The precariousness of initial medical follow-up is not linked to the non-screening of CN, as the symptoms started during pregnancy; however, the lack of follow-up is probably responsible for the elevated levels of HbA1c in the pre-pregnancy period.

In conclusion, the appearance of the active phase of CN, like the other microangiopathic complications of diabetes, seems to be disturbed during pregnancy in patients with type 1 diabetes and with poor glycaemic balance.

Declaration of interest

The authors declare that there is no conflict of interest that could be perceived as prejudicing the impartiality of the research reported.

Funding

This work did not receive any specific grant from any funding agency in the public, commercial, or not-for-profit sector.

References

  • 1

    BestRMChakravarthyU Diabetic retinopathy in pregnancy. British Journal of Ophthalmology 1997 81 249251.

  • 2

    GibbonsCHFreemanR Treatment-induced diabetic neuropathy: a reversible painful autonomic neuropathy. Annals of Neurology 2010 67 534541. (https://doi.org/10.1002/ana.21952)

    • Search Google Scholar
    • Export Citation
  • 3

    TriebK The Charcot foot: pathophysiology, diagnosis and classification. Bone & Joint Journal 2016 98-B 1155–. (https://doi.org/10.1302/0301-620X.98B9.37038)

    • Search Google Scholar
    • Export Citation
  • 4

    FrykbergRG The high risk foot in diabetes mellitus. Churchill Livingstone: New YorkUSA 1991. 569572.

  • 5

    DardariDPenfornisAAmadouCPhanFBourronODavaineJMFoufelleFJaisserfLaborneF-XHartemannA Multifocal (tarsus and knee) activation of neuroarthropathy following rapid glycaemic correction. Journal of Diabetes and its Complications. 2019 33 107438. (https://doi.org/10.1016/j.jdiacomp.2019.107438)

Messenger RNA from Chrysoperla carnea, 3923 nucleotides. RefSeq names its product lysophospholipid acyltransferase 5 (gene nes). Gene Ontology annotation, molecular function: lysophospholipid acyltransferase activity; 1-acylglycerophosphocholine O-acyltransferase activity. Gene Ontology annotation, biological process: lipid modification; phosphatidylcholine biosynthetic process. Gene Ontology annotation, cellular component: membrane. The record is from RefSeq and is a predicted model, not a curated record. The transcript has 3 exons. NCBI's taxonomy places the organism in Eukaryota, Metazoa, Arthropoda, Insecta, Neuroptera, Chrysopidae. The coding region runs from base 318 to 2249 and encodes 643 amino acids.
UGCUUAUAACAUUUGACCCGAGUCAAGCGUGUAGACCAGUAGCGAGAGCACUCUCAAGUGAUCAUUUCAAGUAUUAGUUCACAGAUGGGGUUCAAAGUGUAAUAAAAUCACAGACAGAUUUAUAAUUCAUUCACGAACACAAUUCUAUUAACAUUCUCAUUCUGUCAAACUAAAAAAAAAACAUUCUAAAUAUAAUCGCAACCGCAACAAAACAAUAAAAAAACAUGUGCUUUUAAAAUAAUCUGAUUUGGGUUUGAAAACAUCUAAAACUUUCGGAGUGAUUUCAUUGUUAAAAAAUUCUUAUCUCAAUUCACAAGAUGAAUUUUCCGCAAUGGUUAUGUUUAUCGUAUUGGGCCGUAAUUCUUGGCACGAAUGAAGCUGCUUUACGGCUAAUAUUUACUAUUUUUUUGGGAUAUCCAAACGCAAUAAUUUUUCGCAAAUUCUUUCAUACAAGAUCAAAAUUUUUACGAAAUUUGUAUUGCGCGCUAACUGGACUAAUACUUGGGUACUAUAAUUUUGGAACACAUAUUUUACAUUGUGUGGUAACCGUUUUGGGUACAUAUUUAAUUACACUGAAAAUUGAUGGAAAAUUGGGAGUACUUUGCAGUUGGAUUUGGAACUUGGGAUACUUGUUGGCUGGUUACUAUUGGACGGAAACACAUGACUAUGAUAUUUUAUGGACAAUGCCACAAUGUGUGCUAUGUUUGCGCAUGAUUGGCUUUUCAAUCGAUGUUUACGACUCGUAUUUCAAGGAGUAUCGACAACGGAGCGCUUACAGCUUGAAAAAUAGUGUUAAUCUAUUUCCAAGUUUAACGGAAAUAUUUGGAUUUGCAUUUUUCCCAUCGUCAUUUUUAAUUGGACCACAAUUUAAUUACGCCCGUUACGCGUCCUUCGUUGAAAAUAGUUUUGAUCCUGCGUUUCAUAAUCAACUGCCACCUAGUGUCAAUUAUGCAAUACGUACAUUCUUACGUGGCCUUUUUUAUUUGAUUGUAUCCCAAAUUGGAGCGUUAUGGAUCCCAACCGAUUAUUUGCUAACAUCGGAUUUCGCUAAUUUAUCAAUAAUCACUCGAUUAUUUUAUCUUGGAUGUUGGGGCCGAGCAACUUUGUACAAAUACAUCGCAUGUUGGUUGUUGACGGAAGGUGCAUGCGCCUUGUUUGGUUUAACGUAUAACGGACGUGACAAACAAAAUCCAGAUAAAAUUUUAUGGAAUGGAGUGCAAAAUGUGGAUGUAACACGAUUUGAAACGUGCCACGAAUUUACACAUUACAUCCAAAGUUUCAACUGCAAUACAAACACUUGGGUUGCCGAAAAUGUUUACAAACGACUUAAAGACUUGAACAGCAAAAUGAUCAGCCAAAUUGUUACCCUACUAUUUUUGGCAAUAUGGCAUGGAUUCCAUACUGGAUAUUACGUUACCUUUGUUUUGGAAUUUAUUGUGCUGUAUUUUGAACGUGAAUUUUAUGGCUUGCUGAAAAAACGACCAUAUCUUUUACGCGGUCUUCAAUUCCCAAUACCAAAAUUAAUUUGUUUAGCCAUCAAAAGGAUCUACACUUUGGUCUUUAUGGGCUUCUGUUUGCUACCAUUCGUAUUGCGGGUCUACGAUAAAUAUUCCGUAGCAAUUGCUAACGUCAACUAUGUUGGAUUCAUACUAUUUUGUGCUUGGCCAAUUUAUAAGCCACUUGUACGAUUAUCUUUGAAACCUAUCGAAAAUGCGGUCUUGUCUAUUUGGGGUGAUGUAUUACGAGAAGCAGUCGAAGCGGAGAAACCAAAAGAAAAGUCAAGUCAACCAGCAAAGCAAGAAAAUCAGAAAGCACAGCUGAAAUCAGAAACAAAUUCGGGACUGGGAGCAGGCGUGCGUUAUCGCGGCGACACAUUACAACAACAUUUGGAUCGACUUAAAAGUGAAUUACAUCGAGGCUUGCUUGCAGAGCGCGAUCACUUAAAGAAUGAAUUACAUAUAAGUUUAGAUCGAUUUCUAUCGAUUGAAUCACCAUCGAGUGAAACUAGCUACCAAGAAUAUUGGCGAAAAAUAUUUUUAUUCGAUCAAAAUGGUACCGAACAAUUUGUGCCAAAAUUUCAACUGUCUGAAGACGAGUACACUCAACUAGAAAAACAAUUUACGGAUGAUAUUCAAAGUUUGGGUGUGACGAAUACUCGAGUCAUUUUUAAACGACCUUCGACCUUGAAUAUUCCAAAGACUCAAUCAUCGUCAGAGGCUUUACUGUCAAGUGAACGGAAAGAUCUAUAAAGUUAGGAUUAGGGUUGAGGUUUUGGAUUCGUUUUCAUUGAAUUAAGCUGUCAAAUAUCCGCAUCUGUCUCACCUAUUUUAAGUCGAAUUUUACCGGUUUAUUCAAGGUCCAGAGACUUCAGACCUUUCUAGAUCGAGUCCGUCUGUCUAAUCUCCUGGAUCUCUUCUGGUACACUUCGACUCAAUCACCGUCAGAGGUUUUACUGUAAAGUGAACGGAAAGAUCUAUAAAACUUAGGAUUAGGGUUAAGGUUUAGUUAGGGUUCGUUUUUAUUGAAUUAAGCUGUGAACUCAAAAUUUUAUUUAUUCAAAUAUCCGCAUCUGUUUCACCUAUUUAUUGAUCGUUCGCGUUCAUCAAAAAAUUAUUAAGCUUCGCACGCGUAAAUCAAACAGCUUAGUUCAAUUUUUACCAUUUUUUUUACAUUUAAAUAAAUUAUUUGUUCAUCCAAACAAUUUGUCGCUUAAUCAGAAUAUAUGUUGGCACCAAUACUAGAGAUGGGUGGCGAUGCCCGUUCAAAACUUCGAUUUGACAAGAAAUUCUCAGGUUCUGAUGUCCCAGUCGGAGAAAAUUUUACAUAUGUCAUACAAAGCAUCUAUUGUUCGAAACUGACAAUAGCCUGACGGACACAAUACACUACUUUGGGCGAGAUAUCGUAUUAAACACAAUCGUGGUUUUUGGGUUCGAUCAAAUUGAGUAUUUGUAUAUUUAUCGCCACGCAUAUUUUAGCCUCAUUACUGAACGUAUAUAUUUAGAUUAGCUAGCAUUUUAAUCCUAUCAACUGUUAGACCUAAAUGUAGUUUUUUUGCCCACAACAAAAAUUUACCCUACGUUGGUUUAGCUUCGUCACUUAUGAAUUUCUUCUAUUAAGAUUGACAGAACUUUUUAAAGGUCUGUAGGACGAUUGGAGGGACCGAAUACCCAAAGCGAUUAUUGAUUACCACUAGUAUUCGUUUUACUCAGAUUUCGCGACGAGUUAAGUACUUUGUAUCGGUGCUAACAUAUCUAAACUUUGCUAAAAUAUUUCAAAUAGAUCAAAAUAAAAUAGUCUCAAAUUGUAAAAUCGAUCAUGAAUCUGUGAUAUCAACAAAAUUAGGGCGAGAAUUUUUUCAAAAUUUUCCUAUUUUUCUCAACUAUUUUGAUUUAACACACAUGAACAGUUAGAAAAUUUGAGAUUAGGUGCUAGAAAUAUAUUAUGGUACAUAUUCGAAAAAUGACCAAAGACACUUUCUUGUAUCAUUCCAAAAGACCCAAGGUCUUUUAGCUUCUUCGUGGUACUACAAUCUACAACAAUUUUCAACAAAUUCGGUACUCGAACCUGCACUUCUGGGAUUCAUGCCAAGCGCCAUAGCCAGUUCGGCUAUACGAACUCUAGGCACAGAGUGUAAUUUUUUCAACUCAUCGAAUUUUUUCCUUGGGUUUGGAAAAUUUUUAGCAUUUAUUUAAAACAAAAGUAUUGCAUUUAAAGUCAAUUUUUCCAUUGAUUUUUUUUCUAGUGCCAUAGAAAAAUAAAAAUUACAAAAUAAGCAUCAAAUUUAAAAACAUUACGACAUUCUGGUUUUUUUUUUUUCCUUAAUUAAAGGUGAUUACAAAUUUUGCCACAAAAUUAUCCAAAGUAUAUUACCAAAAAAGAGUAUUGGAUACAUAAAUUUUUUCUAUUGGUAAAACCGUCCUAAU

• Search Google Scholar
    • Export Citation
  • 6

    SinhaSBMunichoodappaCSKozakGP Neuroarthropathy (Charcot joints) in diabetes mellitus. Clinical study of 101 cases. Medicine (Baltimore) 1972 51 191210. (https://doi.org/10.1097/00005792-197205000-00006)

    • Search Google Scholar
    • Export Citation
  • 7

    SchootsIGSlimFJBusch-WestbroekTEMassM Neuro-osteoarthropathy of the foot-radiologist: friend or foe?. Seminars in Musculoskeletal Radiology 2010 14 365376. (https://doi.org/10.1055/s-0030-1254525)

    • Search Google Scholar
    • Export Citation
  • 8

    SämannAPofahlSLehmannTVoightBMöllerFMüllerUAWolfG Diabetic nephropathy but not HbA1c is predictive for frequent complications of Charcot feet - long-term follow-up of 164 consecutive patients with 195 acute Charcot feet. Experimental and Clinical Endocrinology & Diabetes 2012 120 335339. (https://doi.org/10.1055/s-0031-1299705)

    • Search Google Scholar
    • Export Citation
  • 9

    Garcia BarradoFKuypersDRMatricaliGA Charcot neuroarthropathy after simultaneous pancreas kidney transplantation: risk factors, prevalence, and outcome. Clinical Transplantation 2015 29 712719. (https://doi.org/10.1111/ctr.12572)

    • Search Google Scholar
    • Export Citation
  • 10